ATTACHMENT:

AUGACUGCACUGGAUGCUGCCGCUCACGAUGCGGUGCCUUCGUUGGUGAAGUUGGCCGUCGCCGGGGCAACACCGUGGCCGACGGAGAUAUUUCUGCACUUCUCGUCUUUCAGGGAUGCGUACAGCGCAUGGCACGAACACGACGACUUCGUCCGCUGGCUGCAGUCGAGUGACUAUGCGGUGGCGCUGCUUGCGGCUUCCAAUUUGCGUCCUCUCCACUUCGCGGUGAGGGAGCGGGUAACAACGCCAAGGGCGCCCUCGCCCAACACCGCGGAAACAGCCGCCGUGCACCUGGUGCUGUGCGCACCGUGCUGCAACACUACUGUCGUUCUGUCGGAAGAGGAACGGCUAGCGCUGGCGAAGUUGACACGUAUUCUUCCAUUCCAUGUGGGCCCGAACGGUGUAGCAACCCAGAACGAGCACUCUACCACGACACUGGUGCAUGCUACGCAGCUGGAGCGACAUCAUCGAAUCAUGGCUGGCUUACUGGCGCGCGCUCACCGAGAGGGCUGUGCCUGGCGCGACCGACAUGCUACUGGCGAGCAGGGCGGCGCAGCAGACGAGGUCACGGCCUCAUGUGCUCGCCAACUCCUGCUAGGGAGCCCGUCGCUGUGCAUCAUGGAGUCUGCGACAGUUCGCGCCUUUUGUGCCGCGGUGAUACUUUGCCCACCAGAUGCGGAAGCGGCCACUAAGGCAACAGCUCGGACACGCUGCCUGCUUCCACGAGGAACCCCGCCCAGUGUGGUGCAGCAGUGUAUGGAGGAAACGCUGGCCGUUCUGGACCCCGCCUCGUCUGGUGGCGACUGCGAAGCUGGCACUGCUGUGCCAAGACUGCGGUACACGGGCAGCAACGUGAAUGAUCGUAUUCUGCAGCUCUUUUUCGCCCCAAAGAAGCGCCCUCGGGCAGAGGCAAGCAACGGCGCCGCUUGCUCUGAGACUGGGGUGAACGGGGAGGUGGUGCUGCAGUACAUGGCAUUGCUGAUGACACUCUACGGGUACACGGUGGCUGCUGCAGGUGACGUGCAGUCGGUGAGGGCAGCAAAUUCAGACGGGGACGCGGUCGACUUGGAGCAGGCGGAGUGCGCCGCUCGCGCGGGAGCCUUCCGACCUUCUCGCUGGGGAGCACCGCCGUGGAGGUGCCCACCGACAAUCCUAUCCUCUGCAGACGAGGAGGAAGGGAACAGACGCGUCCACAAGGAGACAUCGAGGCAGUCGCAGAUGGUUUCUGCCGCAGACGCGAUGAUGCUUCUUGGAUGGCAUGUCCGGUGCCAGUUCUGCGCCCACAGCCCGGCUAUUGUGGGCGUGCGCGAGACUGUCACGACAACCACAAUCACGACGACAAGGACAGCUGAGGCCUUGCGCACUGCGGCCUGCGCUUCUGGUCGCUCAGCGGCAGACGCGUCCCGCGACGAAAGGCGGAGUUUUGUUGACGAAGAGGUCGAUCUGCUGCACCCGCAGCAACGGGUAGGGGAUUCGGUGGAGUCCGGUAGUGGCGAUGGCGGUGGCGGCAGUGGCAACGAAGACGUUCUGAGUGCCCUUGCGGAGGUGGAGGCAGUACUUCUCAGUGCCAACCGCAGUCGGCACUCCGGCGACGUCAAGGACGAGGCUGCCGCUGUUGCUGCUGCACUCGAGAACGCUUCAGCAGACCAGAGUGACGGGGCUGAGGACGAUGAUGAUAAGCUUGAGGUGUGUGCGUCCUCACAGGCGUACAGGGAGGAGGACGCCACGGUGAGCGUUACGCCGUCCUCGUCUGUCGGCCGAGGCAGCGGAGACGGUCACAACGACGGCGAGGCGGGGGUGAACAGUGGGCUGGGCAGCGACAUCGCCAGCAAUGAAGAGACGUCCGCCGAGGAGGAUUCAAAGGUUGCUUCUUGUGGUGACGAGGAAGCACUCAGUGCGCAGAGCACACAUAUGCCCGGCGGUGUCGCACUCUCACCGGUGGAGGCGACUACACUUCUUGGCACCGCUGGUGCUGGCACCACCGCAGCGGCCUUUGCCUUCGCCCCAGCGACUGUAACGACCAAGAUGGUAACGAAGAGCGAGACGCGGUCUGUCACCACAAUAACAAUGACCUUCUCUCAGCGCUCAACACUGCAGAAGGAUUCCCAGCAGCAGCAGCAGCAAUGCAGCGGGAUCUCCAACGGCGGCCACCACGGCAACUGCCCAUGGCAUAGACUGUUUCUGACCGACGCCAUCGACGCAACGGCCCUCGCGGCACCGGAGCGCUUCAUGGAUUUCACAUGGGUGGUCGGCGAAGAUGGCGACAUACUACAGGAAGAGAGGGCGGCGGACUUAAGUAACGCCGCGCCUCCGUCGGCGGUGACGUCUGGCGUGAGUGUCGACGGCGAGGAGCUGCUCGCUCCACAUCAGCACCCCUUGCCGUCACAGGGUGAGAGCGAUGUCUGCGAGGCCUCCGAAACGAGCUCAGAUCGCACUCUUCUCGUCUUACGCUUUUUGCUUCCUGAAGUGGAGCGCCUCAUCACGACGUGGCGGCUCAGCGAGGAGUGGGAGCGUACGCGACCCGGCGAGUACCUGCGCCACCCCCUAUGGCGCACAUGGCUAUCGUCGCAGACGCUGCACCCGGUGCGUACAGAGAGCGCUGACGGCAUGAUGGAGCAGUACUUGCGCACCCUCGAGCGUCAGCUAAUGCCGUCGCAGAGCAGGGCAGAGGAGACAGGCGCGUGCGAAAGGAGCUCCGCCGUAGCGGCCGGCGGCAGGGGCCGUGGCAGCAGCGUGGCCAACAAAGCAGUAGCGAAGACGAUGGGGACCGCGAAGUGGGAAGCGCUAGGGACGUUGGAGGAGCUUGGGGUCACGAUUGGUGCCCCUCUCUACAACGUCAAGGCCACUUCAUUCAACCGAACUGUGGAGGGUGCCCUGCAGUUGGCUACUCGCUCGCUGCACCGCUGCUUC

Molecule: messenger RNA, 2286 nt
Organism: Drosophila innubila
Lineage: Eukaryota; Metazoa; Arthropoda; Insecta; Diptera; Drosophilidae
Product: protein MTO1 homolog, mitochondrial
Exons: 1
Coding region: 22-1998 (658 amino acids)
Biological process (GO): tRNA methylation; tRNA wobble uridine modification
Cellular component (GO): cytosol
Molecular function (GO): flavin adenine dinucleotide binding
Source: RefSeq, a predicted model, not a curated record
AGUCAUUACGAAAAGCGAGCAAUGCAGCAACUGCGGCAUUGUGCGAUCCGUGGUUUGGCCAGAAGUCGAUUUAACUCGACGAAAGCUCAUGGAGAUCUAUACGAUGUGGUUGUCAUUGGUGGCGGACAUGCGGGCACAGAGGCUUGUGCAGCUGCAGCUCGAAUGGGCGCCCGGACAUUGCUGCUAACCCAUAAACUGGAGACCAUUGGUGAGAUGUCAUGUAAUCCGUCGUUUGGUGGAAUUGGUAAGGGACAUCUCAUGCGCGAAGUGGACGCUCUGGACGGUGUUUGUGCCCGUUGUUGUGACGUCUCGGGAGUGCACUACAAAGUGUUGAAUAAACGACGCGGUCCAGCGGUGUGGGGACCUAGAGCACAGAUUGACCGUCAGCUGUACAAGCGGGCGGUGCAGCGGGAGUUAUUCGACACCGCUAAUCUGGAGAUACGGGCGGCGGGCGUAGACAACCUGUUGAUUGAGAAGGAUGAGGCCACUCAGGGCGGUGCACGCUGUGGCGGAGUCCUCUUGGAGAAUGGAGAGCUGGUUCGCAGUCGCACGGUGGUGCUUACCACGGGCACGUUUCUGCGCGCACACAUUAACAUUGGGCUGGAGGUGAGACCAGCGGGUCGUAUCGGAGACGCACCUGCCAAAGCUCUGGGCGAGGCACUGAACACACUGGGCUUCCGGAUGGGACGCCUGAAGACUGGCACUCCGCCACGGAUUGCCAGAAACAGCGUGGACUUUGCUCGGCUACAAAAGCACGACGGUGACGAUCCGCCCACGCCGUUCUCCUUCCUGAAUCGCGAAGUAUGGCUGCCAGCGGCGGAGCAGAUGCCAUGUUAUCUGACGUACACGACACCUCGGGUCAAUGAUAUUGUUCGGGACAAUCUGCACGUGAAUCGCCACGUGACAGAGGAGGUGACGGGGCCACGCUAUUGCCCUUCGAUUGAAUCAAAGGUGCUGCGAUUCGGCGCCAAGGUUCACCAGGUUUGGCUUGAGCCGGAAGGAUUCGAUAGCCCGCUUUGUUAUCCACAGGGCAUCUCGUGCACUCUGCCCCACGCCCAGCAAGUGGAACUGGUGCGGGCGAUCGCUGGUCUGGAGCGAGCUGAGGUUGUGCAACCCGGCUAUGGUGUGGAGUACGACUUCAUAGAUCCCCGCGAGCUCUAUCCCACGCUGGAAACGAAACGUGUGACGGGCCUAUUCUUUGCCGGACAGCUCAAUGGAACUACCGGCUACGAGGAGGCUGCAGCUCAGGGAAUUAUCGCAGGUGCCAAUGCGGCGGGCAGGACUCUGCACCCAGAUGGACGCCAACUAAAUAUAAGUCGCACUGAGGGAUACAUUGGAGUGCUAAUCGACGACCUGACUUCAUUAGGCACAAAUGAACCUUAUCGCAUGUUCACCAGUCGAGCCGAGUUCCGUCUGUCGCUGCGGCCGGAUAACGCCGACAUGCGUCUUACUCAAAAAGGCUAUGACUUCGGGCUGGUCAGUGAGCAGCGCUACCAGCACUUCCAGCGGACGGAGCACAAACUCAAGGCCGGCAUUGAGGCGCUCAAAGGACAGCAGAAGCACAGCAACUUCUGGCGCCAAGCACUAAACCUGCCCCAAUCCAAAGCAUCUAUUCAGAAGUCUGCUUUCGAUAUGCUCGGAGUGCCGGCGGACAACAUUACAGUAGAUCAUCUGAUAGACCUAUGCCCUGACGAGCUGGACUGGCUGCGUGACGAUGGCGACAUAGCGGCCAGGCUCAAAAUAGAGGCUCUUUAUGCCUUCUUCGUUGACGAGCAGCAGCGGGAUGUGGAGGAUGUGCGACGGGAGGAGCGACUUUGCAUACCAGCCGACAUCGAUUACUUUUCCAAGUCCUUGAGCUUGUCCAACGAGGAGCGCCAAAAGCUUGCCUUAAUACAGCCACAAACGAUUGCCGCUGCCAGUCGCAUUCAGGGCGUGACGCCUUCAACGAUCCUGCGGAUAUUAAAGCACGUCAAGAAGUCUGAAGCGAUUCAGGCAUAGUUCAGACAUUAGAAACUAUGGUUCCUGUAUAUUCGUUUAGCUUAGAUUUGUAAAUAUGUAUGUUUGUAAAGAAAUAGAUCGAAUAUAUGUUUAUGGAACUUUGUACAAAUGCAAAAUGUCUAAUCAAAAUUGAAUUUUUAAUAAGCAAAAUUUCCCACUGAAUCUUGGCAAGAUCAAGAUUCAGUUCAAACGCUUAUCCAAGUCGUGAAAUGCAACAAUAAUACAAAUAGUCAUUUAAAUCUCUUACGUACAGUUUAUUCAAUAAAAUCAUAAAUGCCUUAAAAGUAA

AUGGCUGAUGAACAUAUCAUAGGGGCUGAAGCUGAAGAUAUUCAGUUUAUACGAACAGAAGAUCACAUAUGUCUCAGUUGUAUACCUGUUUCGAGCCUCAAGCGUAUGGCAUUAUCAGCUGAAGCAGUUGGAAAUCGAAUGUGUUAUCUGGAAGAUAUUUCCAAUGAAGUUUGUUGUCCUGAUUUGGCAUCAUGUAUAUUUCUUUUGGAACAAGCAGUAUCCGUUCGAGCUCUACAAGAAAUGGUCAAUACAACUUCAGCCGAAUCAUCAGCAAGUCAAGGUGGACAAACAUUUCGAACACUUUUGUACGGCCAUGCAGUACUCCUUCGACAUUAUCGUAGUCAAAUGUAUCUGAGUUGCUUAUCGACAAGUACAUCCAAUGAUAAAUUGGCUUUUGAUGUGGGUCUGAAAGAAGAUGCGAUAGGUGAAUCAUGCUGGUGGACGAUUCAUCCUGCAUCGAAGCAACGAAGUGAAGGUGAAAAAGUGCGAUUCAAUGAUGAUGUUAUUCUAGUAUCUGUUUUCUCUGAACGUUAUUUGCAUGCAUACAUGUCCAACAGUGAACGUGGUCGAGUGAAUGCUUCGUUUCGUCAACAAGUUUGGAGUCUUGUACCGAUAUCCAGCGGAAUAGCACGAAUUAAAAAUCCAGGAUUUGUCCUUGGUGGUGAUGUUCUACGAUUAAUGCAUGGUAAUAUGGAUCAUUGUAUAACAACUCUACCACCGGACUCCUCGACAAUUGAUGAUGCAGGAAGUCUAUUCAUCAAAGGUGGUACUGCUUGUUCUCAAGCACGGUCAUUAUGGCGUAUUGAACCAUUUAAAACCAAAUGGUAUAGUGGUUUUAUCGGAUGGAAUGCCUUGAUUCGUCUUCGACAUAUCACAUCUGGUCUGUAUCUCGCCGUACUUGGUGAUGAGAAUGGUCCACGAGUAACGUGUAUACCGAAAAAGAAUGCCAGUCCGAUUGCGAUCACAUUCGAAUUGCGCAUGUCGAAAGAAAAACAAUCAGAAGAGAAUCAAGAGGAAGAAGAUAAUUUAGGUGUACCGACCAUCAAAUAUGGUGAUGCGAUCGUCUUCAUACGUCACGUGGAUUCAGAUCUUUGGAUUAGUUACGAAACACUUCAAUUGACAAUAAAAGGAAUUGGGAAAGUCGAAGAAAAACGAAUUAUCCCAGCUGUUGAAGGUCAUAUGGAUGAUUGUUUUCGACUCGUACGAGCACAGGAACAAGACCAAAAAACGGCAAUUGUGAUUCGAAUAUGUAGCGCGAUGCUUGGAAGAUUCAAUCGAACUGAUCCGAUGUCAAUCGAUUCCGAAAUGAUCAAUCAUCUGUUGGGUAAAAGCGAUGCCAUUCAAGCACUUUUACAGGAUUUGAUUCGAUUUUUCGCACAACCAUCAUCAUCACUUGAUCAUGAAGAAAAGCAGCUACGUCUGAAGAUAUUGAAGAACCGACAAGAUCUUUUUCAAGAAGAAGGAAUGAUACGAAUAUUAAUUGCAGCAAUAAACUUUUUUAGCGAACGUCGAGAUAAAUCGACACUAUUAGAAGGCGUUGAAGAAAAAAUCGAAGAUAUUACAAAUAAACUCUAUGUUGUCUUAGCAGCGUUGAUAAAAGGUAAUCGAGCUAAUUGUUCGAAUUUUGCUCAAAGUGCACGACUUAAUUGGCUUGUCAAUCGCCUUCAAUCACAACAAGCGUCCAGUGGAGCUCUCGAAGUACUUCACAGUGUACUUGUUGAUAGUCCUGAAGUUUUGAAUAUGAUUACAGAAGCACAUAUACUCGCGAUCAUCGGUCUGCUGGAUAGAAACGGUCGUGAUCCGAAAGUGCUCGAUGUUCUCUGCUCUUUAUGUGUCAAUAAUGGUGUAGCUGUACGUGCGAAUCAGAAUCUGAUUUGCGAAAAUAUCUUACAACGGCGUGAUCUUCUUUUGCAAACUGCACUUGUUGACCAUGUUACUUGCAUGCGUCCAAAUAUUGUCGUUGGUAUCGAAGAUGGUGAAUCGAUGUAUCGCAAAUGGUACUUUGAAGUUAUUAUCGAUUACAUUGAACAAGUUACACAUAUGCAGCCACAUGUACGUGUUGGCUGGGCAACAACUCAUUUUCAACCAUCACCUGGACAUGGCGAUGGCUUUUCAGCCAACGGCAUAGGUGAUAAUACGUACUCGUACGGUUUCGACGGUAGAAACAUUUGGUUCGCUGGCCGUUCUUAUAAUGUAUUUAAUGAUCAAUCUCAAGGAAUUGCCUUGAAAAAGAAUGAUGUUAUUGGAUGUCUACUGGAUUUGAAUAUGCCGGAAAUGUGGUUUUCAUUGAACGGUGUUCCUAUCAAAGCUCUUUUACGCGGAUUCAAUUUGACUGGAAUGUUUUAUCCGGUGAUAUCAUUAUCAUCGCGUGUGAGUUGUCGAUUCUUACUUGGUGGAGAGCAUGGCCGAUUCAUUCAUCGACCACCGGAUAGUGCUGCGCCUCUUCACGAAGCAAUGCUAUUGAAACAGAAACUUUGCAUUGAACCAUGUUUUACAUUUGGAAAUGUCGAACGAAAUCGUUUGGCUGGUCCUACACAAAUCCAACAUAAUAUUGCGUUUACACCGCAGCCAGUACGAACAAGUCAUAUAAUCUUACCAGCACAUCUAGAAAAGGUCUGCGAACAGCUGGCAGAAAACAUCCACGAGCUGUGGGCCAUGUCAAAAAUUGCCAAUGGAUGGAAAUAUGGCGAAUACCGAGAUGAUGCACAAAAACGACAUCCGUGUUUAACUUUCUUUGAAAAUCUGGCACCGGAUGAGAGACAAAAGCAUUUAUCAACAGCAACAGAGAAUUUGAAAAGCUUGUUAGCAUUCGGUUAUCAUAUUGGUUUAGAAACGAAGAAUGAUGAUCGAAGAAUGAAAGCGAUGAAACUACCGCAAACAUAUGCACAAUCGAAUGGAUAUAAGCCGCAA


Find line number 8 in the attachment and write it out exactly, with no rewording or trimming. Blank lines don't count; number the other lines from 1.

Biological process (GO): tRNA methylation; tRNA wobble uridine modification